ECON
lect2 notes

# Macroeconomics plus MyEconLab plus eBook 1-semester Student Access Kit (6th Edition)

• Notes
• PresidentHackerCaribou10582
• 4

This preview shows pages 1–2. Sign up to view the full content.

Econ 304 Sonoma State University Spring 2003 Dr. Robert Eyler Lecture #2 Measurement Issues I. Measuring GDP: Three approaches a. Product Approach : Also known as the “Value-Added” Approach a. This is basically the revenuegenerated from the sale of goods, less their cost of intermediate goods. b. The products themselves have value above and beyond the amount of cost of raw materials. c. The cost of labor capital, land and entrepreneurship are considered to be in the “mark-up” or “value-added” d. The sum of all value added in the economy is equal to GDP. b. Expenditures Approach a. The classic way that GDP is measured and the way that we use after this lecture. b. GDP = C + I + G + NX, where NX = EX – IM. c. This is the building blocks of the AE model. c. Income Approach a. Sum of all incomes to economic agents is GDP b. GDP = wages + salaries + taxes + profits + land rents c. Notice the connection to both the other approaches here. d. In general, macroeconomic equilibrium is defined partially by the identity: Y = C + I + G + NX d. The differences between GDP and GNP are simple and large in their implications. 1. The need to investigate GDP comes from an avoidance of double counting and also the belief that countries react to changes in GDP rather than GNP, though they are closely tied. 2. Where is the underground economy? a. Should we start to measure this activity?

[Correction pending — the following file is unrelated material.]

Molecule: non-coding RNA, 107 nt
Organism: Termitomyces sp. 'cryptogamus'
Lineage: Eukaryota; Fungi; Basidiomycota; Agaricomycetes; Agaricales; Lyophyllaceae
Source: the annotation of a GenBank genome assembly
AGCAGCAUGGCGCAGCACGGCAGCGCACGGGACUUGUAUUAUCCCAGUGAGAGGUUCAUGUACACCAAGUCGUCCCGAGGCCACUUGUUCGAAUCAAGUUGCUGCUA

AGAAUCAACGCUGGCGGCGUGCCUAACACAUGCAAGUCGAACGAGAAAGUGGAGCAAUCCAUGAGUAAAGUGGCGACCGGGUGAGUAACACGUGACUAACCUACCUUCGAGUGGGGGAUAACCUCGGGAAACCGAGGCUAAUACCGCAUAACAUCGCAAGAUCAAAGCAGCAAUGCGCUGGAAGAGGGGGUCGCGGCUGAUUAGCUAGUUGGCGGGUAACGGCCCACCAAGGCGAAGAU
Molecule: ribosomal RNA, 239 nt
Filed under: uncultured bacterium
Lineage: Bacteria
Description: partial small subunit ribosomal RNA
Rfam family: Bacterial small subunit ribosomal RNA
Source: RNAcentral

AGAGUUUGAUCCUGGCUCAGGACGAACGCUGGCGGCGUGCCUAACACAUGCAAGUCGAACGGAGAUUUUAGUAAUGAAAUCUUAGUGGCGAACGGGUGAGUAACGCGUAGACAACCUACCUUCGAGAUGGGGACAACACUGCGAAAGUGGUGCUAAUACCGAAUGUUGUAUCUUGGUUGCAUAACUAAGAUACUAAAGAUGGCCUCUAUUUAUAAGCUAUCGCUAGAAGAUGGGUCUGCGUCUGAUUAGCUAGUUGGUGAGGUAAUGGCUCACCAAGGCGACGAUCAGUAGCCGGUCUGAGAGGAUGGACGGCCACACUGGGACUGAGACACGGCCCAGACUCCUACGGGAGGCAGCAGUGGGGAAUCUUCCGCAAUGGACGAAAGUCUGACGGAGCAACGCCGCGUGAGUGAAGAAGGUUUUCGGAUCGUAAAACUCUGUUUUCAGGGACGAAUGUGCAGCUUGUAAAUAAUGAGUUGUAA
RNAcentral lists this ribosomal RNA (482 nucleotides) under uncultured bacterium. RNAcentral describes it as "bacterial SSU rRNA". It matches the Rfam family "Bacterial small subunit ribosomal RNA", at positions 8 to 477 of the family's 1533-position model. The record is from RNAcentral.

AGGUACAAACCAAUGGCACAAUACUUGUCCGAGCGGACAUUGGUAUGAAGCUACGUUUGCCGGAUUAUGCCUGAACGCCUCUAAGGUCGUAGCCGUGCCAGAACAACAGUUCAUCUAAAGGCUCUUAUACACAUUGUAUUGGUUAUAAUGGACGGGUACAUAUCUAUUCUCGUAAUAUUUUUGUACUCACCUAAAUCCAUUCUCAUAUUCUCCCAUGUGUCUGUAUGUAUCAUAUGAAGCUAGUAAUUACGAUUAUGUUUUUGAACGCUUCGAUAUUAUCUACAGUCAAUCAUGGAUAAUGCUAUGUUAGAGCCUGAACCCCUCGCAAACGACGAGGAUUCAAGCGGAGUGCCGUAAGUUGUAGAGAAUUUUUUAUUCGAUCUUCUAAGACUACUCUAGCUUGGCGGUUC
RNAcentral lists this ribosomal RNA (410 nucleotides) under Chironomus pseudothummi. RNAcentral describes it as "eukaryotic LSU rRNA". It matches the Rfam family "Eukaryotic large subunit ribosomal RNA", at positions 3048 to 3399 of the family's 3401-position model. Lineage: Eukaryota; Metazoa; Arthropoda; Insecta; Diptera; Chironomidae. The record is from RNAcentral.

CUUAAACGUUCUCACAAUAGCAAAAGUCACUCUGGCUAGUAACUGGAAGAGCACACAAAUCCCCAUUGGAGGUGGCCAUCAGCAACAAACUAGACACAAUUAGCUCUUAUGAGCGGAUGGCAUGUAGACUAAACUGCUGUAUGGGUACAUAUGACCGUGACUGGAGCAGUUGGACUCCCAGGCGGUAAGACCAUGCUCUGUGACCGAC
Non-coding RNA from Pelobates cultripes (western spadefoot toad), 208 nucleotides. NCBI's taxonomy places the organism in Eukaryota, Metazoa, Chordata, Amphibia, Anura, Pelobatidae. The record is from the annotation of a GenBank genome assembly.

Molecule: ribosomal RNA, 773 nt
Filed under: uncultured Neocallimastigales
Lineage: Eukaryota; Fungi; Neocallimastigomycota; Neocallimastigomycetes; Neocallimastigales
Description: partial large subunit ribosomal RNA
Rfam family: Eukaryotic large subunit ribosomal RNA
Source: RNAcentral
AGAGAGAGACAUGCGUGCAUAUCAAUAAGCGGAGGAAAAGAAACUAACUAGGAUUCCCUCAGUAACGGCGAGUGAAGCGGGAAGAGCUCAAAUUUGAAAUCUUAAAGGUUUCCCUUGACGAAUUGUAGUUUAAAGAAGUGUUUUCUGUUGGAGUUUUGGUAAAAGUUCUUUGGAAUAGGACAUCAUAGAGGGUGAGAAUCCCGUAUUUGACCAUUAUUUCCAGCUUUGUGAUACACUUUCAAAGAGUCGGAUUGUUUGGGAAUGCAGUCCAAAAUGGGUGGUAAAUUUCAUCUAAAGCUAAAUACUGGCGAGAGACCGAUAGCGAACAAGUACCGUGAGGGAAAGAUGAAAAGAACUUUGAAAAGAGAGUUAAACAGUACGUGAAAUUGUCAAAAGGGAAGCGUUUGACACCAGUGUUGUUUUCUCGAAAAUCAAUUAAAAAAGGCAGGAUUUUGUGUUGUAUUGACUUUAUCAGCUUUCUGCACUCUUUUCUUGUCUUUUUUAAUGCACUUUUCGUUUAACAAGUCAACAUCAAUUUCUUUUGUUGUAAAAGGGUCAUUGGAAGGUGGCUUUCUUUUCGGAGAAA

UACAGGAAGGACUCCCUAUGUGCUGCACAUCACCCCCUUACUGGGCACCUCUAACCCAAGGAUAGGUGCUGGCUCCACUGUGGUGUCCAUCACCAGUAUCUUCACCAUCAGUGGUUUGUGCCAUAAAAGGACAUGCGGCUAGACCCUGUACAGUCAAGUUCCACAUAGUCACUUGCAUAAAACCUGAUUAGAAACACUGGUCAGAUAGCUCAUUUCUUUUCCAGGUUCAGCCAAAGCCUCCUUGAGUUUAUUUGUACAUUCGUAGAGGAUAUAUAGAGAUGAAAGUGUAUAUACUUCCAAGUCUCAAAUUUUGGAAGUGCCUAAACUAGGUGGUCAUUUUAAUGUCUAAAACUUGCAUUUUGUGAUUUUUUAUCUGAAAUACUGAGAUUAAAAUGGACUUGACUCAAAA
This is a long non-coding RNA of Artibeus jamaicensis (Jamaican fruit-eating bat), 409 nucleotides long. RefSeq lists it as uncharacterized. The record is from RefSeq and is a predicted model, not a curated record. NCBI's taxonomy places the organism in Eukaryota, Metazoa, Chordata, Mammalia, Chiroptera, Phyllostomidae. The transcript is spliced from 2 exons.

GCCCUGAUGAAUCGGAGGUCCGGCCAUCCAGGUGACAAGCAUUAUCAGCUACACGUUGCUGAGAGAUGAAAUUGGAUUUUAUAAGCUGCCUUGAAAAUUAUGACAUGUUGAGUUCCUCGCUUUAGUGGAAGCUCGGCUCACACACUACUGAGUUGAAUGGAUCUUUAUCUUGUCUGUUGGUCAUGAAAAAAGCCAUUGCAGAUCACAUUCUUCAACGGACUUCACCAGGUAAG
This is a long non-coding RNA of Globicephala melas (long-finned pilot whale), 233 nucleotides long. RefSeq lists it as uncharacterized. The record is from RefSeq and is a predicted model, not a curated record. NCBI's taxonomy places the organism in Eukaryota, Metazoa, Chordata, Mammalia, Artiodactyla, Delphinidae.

This preview has intentionally blurred sections. Sign up to view the full version.

This is the end of the preview. Sign up to access the rest of the document.

{[ snackBarMessage ]}

### What students are saying

• As a current student on this bumpy collegiate pathway, I stumbled upon Course Hero, where I can find study resources for nearly all my courses, get online help from tutors 24/7, and even share my old projects, papers, and lecture notes with other students.

Kiran Temple University Fox School of Business ‘17, Course Hero Intern

• I cannot even describe how much Course Hero helped me this summer. It’s truly become something I can always rely on and help me. In the end, I was not only able to survive summer classes, but I was able to thrive thanks to Course Hero.

Dana University of Pennsylvania ‘17, Course Hero Intern

• The ability to access any university’s resources through Course Hero proved invaluable in my case. I was behind on Tulane coursework and actually used UCLA’s materials to help me move forward and get everything together on time.

Jill Tulane University ‘16, Course Hero Intern